In 2015, scientists learned that there is a giant red “whale” on Pluto. This dark-colored area could signify a massive impact – the same one that produced Pluto’s huge moon Charon. “The Whale” extends over 1,900 miles (3,000 km).
The New Horizons interplanetary station transmitted the first color photograph of Pluto and Charon to Earth. The image was taken on April 9, 2015, from a distance of 115 million kilometers.
Mercator projection map of Pluto’s image was taken by the New Horizons spacecraft. The dotted curve on the lower panel schematically represents the dark and reddish whale-shaped region (Cthulhu Regio). Credit: NASA/APL.
Why is the whale red?
Scientists have suggested that the reddish color of the dark area may be due to tholins, which are complex hydrocarbons. But how did they form there?
Shokin Yasuhito, an assistant professor at the University of Tokyo, conducted research in which he heated organic compounds such as formaldehyde. These compounds were present on Pluto during the early period after the formation of the Solar System. Through experiments in which solutions were heated to 122 degrees Fahrenheit (50 degrees Celsius) over several months, Sekine could reproduce the dark reddish hue.
At the same time, Hidenori Genda, an assistant professor at the Tokyo Institute of Technology, was conducting computer simulations of a collision that could occur with Pluto. Genda concluded that an impact similar to the one that led to the formation of Pluto’s moon, Charon, could have caused the formation of a massive pool of hot water near Pluto’s equator. As this pool cooled, reddish complex organic matter may have formed.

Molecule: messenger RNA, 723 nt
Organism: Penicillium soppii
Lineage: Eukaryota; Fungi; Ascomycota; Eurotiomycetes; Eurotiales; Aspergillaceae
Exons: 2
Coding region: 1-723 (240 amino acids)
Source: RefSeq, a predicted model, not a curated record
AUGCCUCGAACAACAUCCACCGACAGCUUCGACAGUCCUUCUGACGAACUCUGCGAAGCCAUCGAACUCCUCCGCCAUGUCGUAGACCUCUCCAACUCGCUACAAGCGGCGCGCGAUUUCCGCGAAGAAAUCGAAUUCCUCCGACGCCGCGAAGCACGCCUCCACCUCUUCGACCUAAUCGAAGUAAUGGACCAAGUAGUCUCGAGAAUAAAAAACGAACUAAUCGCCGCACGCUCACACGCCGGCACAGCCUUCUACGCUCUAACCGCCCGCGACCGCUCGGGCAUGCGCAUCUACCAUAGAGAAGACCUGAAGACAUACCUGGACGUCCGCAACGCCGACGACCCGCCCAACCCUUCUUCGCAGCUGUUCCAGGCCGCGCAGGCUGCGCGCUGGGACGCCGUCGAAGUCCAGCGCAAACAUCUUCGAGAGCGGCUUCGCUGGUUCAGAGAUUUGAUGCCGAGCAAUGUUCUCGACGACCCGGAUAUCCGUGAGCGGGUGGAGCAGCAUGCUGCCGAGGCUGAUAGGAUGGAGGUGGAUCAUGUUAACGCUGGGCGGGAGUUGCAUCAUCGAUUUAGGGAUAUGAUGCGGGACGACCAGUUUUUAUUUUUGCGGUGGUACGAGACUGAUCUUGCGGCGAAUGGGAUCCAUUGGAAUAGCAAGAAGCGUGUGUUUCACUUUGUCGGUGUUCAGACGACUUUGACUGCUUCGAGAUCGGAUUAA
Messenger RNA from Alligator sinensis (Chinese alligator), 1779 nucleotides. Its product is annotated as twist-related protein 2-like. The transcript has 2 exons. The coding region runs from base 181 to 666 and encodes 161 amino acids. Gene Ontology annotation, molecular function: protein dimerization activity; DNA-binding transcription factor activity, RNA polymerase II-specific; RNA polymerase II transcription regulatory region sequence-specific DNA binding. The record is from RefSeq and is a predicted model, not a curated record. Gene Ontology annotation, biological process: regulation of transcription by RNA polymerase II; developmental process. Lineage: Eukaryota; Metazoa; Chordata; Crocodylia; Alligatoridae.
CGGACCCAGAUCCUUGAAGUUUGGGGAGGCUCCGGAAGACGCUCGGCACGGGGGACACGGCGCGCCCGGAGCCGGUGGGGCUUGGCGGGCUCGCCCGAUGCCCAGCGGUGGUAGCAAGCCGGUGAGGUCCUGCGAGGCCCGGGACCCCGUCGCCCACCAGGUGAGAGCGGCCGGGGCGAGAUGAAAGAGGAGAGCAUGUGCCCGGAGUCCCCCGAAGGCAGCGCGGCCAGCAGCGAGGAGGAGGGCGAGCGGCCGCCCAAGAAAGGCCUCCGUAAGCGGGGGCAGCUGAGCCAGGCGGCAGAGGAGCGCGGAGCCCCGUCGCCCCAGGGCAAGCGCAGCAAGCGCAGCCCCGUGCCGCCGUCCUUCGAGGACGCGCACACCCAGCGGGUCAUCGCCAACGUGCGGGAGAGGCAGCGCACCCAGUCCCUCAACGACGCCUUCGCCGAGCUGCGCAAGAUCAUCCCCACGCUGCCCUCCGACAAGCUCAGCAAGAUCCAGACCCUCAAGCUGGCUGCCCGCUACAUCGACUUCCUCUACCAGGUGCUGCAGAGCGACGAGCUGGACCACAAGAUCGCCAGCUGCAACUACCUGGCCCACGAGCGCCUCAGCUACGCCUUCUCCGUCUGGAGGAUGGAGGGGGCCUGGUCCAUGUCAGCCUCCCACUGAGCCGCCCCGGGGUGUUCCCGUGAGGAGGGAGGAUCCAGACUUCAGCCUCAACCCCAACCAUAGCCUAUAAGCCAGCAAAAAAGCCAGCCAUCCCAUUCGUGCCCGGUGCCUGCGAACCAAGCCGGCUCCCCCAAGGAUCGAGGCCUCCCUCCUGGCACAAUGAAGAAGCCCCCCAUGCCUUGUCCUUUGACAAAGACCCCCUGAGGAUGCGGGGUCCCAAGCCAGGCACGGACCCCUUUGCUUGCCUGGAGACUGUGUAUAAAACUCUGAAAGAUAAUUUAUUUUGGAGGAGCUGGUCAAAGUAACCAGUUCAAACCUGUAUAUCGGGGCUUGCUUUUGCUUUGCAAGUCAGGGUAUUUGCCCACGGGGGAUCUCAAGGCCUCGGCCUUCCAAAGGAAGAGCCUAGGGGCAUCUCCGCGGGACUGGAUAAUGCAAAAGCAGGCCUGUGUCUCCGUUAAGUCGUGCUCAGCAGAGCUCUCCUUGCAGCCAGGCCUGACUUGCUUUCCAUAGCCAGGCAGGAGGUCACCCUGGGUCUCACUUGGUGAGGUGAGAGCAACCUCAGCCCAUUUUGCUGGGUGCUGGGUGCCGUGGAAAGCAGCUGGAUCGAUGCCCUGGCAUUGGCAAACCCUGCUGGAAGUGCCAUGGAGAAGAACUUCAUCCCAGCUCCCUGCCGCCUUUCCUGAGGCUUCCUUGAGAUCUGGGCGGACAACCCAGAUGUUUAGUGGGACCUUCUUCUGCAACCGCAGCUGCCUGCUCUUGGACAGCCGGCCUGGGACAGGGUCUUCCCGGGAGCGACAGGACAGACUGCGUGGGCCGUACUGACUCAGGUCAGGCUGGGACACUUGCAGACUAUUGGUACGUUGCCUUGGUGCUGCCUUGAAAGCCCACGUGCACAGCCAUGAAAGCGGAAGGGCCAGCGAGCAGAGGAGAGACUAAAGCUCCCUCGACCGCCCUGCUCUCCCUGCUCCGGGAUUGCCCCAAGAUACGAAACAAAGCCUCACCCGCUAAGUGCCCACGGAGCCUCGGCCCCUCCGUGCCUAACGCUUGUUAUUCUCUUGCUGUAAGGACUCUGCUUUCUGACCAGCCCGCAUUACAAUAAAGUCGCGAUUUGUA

Heart of Pluto
The New Horizons spacecraft also photographed the “Heart of Pluto,” known as “Tombaugh’s Region.” This zone, with a diameter of approximately 2,300 kilometers, stands out for its light color. More detailed images of Pluto show that the two sides of this “heart” shape are different: the left side, where Sputnik Planum is located, appears brighter. This left part is believed to be a crater filled with crystalline nitrogen and may be found at a higher level than the rest of this light zone.
Composite, enhanced-color image of Pluto (lower right) and its largest moon Charon (upper left), taken by NASA’s New Horizons spacecraft on July 14, 2015. Pluto and Charon are shown with approximately correct relative sizes, but their true separation is not to scale. Credit: NASA/JHUAPL/SwRI
Since 1990, it has been spring on Pluto. In 2178, Pluto will complete a full orbit around the Sun for the first time since its discovery.
Banner image: Composite image of Wright Mons, one of two potential cryovolcanoes spotted on the surface of Pluto by the New Horizons spacecraft in July 2015. Credit: NASA/JHUAPL/SwRI.